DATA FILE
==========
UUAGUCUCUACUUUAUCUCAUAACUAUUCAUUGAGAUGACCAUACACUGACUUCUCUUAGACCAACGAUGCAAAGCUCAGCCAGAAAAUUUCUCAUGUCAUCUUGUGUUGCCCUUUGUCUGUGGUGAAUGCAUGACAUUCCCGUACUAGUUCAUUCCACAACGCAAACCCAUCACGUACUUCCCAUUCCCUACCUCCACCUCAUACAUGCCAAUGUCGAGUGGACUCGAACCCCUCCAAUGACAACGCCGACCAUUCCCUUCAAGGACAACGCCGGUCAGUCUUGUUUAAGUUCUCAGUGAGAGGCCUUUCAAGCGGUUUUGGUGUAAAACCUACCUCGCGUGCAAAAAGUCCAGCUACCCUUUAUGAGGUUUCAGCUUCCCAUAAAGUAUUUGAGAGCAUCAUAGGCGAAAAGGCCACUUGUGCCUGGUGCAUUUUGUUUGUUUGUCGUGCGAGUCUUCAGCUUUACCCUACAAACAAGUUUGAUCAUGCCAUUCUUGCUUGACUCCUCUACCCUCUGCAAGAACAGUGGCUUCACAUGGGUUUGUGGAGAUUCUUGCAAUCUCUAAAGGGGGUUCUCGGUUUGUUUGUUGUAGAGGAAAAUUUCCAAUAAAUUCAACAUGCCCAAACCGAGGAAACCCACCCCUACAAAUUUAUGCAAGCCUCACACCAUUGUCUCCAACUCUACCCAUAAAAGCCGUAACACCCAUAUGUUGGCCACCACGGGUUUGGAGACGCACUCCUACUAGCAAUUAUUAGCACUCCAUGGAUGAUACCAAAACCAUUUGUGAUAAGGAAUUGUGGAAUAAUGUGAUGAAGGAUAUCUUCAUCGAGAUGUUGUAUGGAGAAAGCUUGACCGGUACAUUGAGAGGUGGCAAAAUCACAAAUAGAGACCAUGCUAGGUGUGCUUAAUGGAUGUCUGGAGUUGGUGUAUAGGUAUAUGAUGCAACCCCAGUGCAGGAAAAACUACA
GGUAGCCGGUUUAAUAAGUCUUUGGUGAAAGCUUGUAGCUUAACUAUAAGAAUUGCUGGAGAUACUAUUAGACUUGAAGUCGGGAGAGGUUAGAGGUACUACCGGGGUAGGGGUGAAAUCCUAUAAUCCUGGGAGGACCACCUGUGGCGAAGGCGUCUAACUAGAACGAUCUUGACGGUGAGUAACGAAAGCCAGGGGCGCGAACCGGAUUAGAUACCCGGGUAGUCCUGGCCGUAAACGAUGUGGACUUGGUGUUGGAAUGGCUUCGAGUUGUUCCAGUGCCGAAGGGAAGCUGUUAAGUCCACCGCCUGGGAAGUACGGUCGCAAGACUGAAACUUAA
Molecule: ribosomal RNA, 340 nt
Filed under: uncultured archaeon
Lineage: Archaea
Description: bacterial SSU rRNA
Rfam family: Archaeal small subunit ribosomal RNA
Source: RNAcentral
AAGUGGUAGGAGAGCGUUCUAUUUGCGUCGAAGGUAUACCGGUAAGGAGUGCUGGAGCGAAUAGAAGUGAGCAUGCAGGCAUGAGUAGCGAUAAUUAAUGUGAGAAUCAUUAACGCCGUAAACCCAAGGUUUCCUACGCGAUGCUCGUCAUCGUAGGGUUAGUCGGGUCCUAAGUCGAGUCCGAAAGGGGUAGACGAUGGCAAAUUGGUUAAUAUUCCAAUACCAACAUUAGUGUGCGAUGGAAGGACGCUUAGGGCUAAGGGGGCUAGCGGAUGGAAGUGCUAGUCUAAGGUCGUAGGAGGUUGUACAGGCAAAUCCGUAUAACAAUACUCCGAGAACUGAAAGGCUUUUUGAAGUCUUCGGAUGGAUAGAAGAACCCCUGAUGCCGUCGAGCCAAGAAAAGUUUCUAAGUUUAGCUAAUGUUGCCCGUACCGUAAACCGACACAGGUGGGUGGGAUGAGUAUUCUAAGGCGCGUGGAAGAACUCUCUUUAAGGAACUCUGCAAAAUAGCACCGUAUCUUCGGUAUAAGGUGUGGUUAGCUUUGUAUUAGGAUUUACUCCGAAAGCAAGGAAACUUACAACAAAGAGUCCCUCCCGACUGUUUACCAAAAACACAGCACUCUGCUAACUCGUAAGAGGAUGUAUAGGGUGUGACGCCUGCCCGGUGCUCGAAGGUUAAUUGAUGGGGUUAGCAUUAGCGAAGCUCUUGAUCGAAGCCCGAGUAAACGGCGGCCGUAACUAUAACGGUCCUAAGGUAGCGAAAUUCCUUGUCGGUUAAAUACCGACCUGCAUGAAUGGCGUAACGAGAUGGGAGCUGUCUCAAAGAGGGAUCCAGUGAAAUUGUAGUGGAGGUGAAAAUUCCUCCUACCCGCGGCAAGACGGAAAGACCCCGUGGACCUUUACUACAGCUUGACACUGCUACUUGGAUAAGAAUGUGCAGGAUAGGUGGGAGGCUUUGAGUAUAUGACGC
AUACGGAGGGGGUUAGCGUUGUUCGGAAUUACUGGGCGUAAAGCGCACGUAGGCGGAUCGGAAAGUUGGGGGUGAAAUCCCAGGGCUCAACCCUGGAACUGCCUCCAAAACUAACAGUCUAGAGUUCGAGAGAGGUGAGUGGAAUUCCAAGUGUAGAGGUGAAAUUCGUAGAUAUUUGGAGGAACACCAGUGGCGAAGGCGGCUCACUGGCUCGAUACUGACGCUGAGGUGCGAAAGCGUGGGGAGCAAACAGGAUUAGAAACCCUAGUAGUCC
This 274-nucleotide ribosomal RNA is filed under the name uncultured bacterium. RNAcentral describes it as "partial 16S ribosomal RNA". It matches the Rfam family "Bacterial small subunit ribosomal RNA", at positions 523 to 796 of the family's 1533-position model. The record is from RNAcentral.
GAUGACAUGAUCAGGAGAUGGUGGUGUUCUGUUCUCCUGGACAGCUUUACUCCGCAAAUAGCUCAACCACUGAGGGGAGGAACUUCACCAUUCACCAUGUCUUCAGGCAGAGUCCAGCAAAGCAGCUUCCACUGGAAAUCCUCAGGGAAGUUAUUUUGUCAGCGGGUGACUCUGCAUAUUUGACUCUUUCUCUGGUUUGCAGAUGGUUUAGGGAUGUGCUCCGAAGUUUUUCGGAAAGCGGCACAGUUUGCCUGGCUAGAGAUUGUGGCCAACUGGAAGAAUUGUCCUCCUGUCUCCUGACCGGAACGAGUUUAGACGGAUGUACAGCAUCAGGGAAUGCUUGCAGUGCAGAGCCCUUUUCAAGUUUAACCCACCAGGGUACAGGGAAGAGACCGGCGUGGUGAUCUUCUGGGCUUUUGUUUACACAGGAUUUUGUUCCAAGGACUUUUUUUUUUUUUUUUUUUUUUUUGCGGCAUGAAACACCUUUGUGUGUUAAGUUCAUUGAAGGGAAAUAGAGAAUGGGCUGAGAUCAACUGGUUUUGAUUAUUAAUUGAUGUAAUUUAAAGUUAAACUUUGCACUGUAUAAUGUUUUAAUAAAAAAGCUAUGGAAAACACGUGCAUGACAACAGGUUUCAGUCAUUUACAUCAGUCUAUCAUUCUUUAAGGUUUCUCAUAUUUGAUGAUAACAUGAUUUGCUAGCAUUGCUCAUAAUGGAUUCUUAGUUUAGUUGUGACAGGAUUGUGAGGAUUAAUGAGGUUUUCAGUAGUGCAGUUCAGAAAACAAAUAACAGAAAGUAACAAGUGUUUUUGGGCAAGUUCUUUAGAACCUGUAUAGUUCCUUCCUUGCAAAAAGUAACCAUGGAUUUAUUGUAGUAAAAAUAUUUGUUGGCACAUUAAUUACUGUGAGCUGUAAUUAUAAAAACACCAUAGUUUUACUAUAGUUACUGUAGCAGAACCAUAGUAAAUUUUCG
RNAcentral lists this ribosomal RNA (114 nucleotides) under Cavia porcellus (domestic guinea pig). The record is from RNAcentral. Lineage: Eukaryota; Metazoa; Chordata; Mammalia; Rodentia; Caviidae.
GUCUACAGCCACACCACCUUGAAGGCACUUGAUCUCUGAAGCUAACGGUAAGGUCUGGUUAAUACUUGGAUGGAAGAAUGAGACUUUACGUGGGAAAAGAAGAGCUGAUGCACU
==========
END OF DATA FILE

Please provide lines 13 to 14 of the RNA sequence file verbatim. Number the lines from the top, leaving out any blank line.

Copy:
RNAcentral lists this ribosomal RNA (114 nucleotides) under Cavia porcellus (domestic guinea pig). The record is from RNAcentral. Lineage: Eukaryota; Metazoa; Chordata; Mammalia; Rodentia; Caviidae.
GUCUACAGCCACACCACCUUGAAGGCACUUGAUCUCUGAAGCUAACGGUAAGGUCUGGUUAAUACUUGGAUGGAAGAAUGAGACUUUACGUGGGAAAAGAAGAGCUGAUGCACU